but may point out, as a guide to others, one great excellence that 
distinguished all her personations. This was the unity of design, 
the just relation of all parts to the whole, that made us forget the 
actress in the character she assumed. 

Throughout the tragedy of The Gamester devotion to her hus- 
band stood out the mainspring of her actions — the ruling passion 
of her being; apparent, indeed, when reduced to poverty in her 
graceful and cheerful submission to the lot to which his vice has 
subjected her, in her fond excuses of his ruinous weakness, in her 
conciliating expostulations with his angry impatience, in her in- 
dignant repulse of Stukeley's advances, when in the awful dig- 
nity of outraged virtue she imprecates the vengeance of Heaven 
upon his guilty head. The climax of her sorrows and sufferings 
was in the dungeon, when on her knees, holding her dying hus- 
band, he dropped lifeless from her arms. Her glaring eyes were 
fixed in stony blankness on his face; the powers of life seemed 
suspended in her; her sister and another player gently raised her 
and slowly led her unresisting from the body ; her gaze, never for 
an instance, averted from it; when they reach the prison door she 
stopped, as if awakened by a trance, uttered a shriek of agony that 
would have pierced the hardest heart, and rushing from them, flung 
herself, as if for union in death, on the prostrate form before her. 

She stood alone on her height of excellence. Her acting was 
parfection, and as I recalt it I do not wonder, novice as I was, at 
my perturbation when on the stage with her. 

Mrs. Siddons, after the play, sent to me to say when I was 
dressed she would be glad to see me in her room. On going in 
she "wished," she said, "to give me a few words of advice be- 
fore taking leave of me." " You are in the right way," she said,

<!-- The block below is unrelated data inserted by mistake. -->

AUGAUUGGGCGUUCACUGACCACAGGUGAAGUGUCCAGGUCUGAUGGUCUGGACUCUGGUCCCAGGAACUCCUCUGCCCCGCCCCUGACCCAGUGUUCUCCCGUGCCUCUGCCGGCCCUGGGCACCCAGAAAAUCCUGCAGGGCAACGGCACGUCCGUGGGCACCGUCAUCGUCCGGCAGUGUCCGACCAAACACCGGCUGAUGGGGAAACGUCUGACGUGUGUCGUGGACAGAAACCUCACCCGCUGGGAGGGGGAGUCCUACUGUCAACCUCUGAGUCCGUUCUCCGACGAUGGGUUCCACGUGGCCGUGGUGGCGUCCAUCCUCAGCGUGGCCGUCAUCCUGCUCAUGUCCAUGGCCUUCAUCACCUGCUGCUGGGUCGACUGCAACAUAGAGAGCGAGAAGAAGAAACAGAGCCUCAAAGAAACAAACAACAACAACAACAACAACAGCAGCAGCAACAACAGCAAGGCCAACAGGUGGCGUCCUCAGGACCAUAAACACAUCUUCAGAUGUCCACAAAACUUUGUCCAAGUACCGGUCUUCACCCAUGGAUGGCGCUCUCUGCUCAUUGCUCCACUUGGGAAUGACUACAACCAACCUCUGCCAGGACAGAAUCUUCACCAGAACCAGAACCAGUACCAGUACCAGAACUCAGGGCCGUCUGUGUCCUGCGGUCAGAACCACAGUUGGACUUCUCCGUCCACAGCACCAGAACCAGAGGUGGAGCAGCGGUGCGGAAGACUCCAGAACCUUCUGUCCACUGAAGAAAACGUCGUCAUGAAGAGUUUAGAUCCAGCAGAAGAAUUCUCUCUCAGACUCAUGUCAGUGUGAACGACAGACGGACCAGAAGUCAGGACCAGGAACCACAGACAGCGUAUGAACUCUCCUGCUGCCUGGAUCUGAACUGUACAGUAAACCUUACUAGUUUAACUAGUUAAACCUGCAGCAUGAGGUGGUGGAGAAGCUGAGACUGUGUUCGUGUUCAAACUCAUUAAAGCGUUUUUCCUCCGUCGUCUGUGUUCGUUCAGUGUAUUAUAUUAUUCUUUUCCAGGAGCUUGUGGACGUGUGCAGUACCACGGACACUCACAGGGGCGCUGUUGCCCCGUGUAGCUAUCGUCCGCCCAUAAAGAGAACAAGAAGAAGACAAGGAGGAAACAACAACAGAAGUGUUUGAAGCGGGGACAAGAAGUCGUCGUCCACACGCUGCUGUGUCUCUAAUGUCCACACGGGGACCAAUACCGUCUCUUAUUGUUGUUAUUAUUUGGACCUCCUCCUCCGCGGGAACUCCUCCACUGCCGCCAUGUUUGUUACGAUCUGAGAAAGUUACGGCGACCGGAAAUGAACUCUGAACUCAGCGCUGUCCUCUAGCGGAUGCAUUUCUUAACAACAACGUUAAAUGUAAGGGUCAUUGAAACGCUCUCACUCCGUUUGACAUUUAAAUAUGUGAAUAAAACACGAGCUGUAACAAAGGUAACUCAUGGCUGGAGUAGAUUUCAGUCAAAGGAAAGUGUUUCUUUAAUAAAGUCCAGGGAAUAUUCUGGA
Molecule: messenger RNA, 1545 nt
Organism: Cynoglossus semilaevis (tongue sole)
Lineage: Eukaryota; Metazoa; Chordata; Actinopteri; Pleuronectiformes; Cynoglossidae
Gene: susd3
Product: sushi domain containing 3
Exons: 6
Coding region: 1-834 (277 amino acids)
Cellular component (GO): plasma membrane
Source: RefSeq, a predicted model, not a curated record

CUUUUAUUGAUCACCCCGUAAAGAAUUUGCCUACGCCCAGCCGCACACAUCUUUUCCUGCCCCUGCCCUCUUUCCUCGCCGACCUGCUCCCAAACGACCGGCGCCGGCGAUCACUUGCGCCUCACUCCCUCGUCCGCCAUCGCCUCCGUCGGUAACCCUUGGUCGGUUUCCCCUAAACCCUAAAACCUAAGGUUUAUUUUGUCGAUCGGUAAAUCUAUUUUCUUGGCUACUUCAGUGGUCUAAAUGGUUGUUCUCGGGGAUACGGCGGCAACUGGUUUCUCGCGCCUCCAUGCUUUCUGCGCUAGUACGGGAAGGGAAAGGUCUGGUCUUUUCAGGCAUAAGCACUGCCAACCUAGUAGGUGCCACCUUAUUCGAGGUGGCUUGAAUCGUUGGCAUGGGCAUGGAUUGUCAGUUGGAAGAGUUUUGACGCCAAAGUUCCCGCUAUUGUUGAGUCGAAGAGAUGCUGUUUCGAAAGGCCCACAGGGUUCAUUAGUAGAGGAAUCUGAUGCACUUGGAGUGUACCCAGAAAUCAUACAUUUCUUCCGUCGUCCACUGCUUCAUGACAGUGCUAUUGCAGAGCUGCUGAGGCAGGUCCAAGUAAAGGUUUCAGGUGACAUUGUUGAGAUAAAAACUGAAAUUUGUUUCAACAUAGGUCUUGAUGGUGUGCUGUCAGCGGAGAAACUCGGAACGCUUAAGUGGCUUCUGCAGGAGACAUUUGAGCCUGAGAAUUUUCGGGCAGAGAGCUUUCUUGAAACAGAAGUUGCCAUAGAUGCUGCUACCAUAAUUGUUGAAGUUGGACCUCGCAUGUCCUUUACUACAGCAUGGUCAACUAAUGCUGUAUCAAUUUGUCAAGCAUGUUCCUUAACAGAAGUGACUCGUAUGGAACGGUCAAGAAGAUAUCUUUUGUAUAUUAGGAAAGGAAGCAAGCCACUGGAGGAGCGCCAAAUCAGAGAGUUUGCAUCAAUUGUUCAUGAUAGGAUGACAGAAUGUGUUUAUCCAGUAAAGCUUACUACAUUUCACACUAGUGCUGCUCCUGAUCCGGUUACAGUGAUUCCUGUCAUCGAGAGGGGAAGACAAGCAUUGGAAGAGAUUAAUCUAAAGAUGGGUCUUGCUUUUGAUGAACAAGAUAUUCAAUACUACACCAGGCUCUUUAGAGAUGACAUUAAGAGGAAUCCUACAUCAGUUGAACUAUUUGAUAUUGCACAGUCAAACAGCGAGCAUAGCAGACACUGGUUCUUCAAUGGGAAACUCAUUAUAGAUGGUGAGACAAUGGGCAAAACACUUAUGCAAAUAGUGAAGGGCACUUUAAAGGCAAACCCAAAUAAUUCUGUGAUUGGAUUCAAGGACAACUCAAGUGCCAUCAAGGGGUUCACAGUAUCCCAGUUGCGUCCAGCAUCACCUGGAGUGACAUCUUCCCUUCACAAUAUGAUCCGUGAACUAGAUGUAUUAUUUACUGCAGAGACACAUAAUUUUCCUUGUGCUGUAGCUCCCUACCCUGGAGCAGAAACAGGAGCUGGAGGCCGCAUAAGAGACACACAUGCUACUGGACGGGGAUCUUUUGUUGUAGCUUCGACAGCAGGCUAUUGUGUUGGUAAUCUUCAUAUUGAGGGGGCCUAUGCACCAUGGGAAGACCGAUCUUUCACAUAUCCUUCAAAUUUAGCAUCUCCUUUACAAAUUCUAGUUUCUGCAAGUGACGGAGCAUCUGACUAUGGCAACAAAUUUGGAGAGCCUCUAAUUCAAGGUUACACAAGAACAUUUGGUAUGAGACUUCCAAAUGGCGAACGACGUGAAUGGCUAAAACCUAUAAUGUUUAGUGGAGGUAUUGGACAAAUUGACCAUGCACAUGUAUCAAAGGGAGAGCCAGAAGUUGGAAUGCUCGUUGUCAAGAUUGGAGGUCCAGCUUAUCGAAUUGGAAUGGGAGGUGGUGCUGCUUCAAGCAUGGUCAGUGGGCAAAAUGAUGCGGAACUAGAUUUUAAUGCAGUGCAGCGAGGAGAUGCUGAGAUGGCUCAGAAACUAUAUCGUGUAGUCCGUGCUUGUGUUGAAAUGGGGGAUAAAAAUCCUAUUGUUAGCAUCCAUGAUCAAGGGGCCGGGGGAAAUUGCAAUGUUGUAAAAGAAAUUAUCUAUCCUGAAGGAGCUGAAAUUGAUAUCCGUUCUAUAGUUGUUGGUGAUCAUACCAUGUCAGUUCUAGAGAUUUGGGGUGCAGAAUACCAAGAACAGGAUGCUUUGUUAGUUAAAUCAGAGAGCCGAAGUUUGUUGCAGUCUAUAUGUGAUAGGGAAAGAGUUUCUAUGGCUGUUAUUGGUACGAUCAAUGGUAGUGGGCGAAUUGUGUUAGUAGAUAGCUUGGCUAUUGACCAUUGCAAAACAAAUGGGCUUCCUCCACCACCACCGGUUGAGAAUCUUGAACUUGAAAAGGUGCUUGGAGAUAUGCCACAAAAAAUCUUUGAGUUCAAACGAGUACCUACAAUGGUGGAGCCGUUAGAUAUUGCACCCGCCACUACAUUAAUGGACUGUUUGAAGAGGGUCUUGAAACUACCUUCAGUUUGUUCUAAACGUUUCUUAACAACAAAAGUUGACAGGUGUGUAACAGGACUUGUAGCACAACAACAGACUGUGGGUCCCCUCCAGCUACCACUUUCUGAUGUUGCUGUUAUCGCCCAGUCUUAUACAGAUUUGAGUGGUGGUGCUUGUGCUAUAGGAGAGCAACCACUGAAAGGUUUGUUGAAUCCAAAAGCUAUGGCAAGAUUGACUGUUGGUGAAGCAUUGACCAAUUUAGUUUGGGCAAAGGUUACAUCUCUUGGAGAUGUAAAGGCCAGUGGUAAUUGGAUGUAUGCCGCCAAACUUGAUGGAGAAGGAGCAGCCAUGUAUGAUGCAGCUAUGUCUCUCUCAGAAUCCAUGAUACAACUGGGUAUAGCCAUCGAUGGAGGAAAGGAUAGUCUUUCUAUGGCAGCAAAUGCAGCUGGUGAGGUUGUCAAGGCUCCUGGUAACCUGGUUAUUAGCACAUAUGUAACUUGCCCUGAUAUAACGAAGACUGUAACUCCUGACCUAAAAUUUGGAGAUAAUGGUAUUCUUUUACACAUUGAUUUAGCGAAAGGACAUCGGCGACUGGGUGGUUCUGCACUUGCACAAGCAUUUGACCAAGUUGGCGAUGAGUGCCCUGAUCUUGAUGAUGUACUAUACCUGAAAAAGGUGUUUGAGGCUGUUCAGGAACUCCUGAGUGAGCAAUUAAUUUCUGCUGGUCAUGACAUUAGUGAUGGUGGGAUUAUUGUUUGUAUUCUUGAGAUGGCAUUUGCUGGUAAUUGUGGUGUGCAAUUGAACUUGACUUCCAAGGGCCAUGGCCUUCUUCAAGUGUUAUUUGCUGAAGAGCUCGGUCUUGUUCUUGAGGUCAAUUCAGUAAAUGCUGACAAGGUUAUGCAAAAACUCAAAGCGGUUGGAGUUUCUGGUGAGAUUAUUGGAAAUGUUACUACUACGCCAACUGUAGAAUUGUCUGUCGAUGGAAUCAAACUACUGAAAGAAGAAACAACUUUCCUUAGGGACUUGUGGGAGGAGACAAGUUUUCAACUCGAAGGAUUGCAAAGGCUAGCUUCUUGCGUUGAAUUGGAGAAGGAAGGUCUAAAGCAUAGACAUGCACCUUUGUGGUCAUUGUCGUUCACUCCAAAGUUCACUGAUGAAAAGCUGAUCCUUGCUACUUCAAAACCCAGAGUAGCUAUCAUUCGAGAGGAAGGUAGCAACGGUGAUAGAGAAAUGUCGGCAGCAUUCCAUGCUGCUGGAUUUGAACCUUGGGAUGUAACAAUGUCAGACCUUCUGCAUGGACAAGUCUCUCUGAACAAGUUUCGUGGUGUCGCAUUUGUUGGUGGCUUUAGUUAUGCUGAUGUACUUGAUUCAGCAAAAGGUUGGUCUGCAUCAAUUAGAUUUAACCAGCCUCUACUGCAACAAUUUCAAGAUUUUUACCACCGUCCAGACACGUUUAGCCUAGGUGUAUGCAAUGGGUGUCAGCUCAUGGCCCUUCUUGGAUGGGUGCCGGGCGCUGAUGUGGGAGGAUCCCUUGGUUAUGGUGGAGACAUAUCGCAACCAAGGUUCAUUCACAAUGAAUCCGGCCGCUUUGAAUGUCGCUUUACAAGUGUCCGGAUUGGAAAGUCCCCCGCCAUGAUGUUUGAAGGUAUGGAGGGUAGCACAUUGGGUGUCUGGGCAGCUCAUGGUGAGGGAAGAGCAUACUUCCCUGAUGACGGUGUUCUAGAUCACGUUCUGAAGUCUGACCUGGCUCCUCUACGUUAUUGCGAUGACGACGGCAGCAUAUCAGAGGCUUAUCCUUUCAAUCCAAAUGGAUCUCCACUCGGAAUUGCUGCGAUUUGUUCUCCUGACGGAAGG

u but remember what I say; study, study, study, and do not marry 
till you are thirty. I remember what it was to be obliged to study 
at nearly your age with a young family about me. Beware of 
that; keep your mind on your art; do not remit your study, and 
you nre certain to succeed. Do not forget my words; study well, 
and God bless you.'' 

412 Our Book. 

Her words lived with me, and often, in moments of despondency, 
have come to cheer me. Her acting was a revelation to me, which 
ever after had its influence on me in the study of my art. Ease, 
grace, untiring energy through all the variations of human pas- 
sion, blended into that grand and massive style, had been with 
her the result of patient application. On first witnessing her 
wonderful impersonation, I may say with the poet: 

Then felt I like some watcher of the skies 
When a new planet swims into his ken. 

And I can only liken the effect they produced on me, in devel- 
oping new trains of thought, to the awakening power that Michael 
Angelo's sketch of the colossal head in the Farnesina is said to 
have had on the mind of Raphael. 

The Sons. 
Roger Kemble's three sons made their mark on the 
stage, but the genius of the eldest overs! 1 ad owed the 
others and thus this has left but one of the name on 
prominent record. In this manner John Philip Kemble 
and Sarah Siddons stand as a matchless pair. Charles, 
the youngest of the gifted trio of sons, was not born